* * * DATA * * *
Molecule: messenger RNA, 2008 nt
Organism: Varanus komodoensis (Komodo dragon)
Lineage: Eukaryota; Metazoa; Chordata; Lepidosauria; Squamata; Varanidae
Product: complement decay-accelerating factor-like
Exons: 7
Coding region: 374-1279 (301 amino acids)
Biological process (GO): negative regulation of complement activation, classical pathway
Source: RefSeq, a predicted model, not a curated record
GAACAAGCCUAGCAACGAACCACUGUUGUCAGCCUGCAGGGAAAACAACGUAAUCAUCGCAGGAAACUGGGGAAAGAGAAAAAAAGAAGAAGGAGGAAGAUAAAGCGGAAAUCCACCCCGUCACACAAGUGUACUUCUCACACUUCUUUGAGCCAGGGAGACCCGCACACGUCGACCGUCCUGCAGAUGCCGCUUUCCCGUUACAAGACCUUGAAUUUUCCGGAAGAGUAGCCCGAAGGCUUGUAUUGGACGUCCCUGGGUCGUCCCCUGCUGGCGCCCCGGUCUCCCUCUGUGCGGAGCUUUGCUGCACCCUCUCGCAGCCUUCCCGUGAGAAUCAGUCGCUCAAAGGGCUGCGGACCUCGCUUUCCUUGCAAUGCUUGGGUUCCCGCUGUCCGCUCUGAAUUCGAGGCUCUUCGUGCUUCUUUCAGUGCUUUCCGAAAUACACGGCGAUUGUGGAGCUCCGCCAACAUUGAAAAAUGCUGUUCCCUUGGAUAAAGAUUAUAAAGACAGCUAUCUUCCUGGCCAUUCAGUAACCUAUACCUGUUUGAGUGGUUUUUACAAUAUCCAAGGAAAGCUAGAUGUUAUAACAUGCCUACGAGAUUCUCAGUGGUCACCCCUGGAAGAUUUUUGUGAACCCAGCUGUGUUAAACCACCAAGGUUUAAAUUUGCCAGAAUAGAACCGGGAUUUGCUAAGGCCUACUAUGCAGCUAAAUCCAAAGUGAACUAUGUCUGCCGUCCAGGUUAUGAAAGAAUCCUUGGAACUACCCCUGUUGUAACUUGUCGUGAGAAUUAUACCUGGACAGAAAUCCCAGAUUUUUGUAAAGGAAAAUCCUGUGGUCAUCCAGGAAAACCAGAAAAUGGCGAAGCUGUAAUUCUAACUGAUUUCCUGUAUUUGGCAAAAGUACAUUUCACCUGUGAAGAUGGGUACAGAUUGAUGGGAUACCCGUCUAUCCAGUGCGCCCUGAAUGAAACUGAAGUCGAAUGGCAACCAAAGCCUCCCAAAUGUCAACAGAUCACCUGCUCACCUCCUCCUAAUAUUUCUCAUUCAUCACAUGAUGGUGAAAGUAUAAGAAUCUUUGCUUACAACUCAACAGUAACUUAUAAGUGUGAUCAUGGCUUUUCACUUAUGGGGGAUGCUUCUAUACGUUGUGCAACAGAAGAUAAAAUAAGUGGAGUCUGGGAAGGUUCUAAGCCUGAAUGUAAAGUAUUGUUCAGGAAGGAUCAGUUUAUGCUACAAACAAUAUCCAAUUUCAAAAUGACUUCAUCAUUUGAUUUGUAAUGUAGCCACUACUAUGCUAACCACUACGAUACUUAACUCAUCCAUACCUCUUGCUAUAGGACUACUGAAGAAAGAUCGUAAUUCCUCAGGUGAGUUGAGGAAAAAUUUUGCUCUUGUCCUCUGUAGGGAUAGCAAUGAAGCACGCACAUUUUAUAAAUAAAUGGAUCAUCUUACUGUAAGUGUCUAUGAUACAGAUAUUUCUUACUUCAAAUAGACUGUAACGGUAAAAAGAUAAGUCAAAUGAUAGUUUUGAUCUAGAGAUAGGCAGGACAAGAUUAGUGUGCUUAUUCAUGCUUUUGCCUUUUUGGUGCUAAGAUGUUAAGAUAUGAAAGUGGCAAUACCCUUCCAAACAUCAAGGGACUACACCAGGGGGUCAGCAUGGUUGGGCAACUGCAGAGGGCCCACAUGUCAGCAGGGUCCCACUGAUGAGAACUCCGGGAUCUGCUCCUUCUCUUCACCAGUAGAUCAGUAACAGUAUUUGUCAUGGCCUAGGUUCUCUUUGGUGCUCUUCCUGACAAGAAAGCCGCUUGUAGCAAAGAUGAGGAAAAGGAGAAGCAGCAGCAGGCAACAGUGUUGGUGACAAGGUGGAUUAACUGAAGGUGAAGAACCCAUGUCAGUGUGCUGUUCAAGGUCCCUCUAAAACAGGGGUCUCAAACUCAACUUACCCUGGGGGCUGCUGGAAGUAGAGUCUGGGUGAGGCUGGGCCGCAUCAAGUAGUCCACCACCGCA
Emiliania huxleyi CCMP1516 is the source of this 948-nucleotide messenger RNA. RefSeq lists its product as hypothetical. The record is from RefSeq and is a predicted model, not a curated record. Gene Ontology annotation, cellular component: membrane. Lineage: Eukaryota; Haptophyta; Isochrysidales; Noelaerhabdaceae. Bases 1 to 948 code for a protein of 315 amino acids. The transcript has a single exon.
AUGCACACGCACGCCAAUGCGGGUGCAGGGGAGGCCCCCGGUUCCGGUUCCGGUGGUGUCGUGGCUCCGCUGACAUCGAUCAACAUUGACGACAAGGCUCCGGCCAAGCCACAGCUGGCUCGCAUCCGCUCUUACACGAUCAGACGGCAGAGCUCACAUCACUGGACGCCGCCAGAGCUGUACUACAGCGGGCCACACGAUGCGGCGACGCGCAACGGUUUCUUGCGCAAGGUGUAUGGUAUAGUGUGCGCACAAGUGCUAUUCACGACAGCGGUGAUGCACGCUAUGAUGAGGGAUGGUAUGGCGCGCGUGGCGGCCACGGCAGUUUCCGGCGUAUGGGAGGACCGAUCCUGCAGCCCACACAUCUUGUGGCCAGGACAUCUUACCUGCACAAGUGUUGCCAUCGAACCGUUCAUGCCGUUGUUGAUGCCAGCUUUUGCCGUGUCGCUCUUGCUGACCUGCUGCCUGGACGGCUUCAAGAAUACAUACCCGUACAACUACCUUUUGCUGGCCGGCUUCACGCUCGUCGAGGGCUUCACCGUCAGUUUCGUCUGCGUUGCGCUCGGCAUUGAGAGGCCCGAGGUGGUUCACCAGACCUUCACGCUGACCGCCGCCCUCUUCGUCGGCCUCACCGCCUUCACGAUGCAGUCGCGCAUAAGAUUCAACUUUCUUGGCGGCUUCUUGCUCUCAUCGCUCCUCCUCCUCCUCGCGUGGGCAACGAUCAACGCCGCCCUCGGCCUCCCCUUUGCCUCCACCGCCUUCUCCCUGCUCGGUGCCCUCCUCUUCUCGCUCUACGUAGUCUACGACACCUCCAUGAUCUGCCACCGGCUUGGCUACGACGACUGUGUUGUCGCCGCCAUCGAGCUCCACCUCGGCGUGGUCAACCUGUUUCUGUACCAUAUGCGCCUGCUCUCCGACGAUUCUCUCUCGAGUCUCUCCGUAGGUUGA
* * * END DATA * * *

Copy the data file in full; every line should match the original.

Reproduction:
Molecule: messenger RNA, 2008 nt
Organism: Varanus komodoensis (Komodo dragon)
Lineage: Eukaryota; Metazoa; Chordata; Lepidosauria; Squamata; Varanidae
Product: complement decay-accelerating factor-like
Exons: 7
Coding region: 374-1279 (301 amino acids)
Biological process (GO): negative regulation of complement activation, classical pathway
Source: RefSeq, a predicted model, not a curated record
GAACAAGCCUAGCAACGAACCACUGUUGUCAGCCUGCAGGGAAAACAACGUAAUCAUCGCAGGAAACUGGGGAAAGAGAAAAAAAGAAGAAGGAGGAAGAUAAAGCGGAAAUCCACCCCGUCACACAAGUGUACUUCUCACACUUCUUUGAGCCAGGGAGACCCGCACACGUCGACCGUCCUGCAGAUGCCGCUUUCCCGUUACAAGACCUUGAAUUUUCCGGAAGAGUAGCCCGAAGGCUUGUAUUGGACGUCCCUGGGUCGUCCCCUGCUGGCGCCCCGGUCUCCCUCUGUGCGGAGCUUUGCUGCACCCUCUCGCAGCCUUCCCGUGAGAAUCAGUCGCUCAAAGGGCUGCGGACCUCGCUUUCCUUGCAAUGCUUGGGUUCCCGCUGUCCGCUCUGAAUUCGAGGCUCUUCGUGCUUCUUUCAGUGCUUUCCGAAAUACACGGCGAUUGUGGAGCUCCGCCAACAUUGAAAAAUGCUGUUCCCUUGGAUAAAGAUUAUAAAGACAGCUAUCUUCCUGGCCAUUCAGUAACCUAUACCUGUUUGAGUGGUUUUUACAAUAUCCAAGGAAAGCUAGAUGUUAUAACAUGCCUACGAGAUUCUCAGUGGUCACCCCUGGAAGAUUUUUGUGAACCCAGCUGUGUUAAACCACCAAGGUUUAAAUUUGCCAGAAUAGAACCGGGAUUUGCUAAGGCCUACUAUGCAGCUAAAUCCAAAGUGAACUAUGUCUGCCGUCCAGGUUAUGAAAGAAUCCUUGGAACUACCCCUGUUGUAACUUGUCGUGAGAAUUAUACCUGGACAGAAAUCCCAGAUUUUUGUAAAGGAAAAUCCUGUGGUCAUCCAGGAAAACCAGAAAAUGGCGAAGCUGUAAUUCUAACUGAUUUCCUGUAUUUGGCAAAAGUACAUUUCACCUGUGAAGAUGGGUACAGAUUGAUGGGAUACCCGUCUAUCCAGUGCGCCCUGAAUGAAACUGAAGUCGAAUGGCAACCAAAGCCUCCCAAAUGUCAACAGAUCACCUGCUCACCUCCUCCUAAUAUUUCUCAUUCAUCACAUGAUGGUGAAAGUAUAAGAAUCUUUGCUUACAACUCAACAGUAACUUAUAAGUGUGAUCAUGGCUUUUCACUUAUGGGGGAUGCUUCUAUACGUUGUGCAACAGAAGAUAAAAUAAGUGGAGUCUGGGAAGGUUCUAAGCCUGAAUGUAAAGUAUUGUUCAGGAAGGAUCAGUUUAUGCUACAAACAAUAUCCAAUUUCAAAAUGACUUCAUCAUUUGAUUUGUAAUGUAGCCACUACUAUGCUAACCACUACGAUACUUAACUCAUCCAUACCUCUUGCUAUAGGACUACUGAAGAAAGAUCGUAAUUCCUCAGGUGAGUUGAGGAAAAAUUUUGCUCUUGUCCUCUGUAGGGAUAGCAAUGAAGCACGCACAUUUUAUAAAUAAAUGGAUCAUCUUACUGUAAGUGUCUAUGAUACAGAUAUUUCUUACUUCAAAUAGACUGUAACGGUAAAAAGAUAAGUCAAAUGAUAGUUUUGAUCUAGAGAUAGGCAGGACAAGAUUAGUGUGCUUAUUCAUGCUUUUGCCUUUUUGGUGCUAAGAUGUUAAGAUAUGAAAGUGGCAAUACCCUUCCAAACAUCAAGGGACUACACCAGGGGGUCAGCAUGGUUGGGCAACUGCAGAGGGCCCACAUGUCAGCAGGGUCCCACUGAUGAGAACUCCGGGAUCUGCUCCUUCUCUUCACCAGUAGAUCAGUAACAGUAUUUGUCAUGGCCUAGGUUCUCUUUGGUGCUCUUCCUGACAAGAAAGCCGCUUGUAGCAAAGAUGAGGAAAAGGAGAAGCAGCAGCAGGCAACAGUGUUGGUGACAAGGUGGAUUAACUGAAGGUGAAGAACCCAUGUCAGUGUGCUGUUCAAGGUCCCUCUAAAACAGGGGUCUCAAACUCAACUUACCCUGGGGGCUGCUGGAAGUAGAGUCUGGGUGAGGCUGGGCCGCAUCAAGUAGUCCACCACCGCA
Emiliania huxleyi CCMP1516 is the source of this 948-nucleotide messenger RNA. RefSeq lists its product as hypothetical. The record is from RefSeq and is a predicted model, not a curated record. Gene Ontology annotation, cellular component: membrane. Lineage: Eukaryota; Haptophyta; Isochrysidales; Noelaerhabdaceae. Bases 1 to 948 code for a protein of 315 amino acids. The transcript has a single exon.
AUGCACACGCACGCCAAUGCGGGUGCAGGGGAGGCCCCCGGUUCCGGUUCCGGUGGUGUCGUGGCUCCGCUGACAUCGAUCAACAUUGACGACAAGGCUCCGGCCAAGCCACAGCUGGCUCGCAUCCGCUCUUACACGAUCAGACGGCAGAGCUCACAUCACUGGACGCCGCCAGAGCUGUACUACAGCGGGCCACACGAUGCGGCGACGCGCAACGGUUUCUUGCGCAAGGUGUAUGGUAUAGUGUGCGCACAAGUGCUAUUCACGACAGCGGUGAUGCACGCUAUGAUGAGGGAUGGUAUGGCGCGCGUGGCGGCCACGGCAGUUUCCGGCGUAUGGGAGGACCGAUCCUGCAGCCCACACAUCUUGUGGCCAGGACAUCUUACCUGCACAAGUGUUGCCAUCGAACCGUUCAUGCCGUUGUUGAUGCCAGCUUUUGCCGUGUCGCUCUUGCUGACCUGCUGCCUGGACGGCUUCAAGAAUACAUACCCGUACAACUACCUUUUGCUGGCCGGCUUCACGCUCGUCGAGGGCUUCACCGUCAGUUUCGUCUGCGUUGCGCUCGGCAUUGAGAGGCCCGAGGUGGUUCACCAGACCUUCACGCUGACCGCCGCCCUCUUCGUCGGCCUCACCGCCUUCACGAUGCAGUCGCGCAUAAGAUUCAACUUUCUUGGCGGCUUCUUGCUCUCAUCGCUCCUCCUCCUCCUCGCGUGGGCAACGAUCAACGCCGCCCUCGGCCUCCCCUUUGCCUCCACCGCCUUCUCCCUGCUCGGUGCCCUCCUCUUCUCGCUCUACGUAGUCUACGACACCUCCAUGAUCUGCCACCGGCUUGGCUACGACGACUGUGUUGUCGCCGCCAUCGAGCUCCACCUCGGCGUGGUCAACCUGUUUCUGUACCAUAUGCGCCUGCUCUCCGACGAUUCUCUCUCGAGUCUCUCCGUAGGUUGA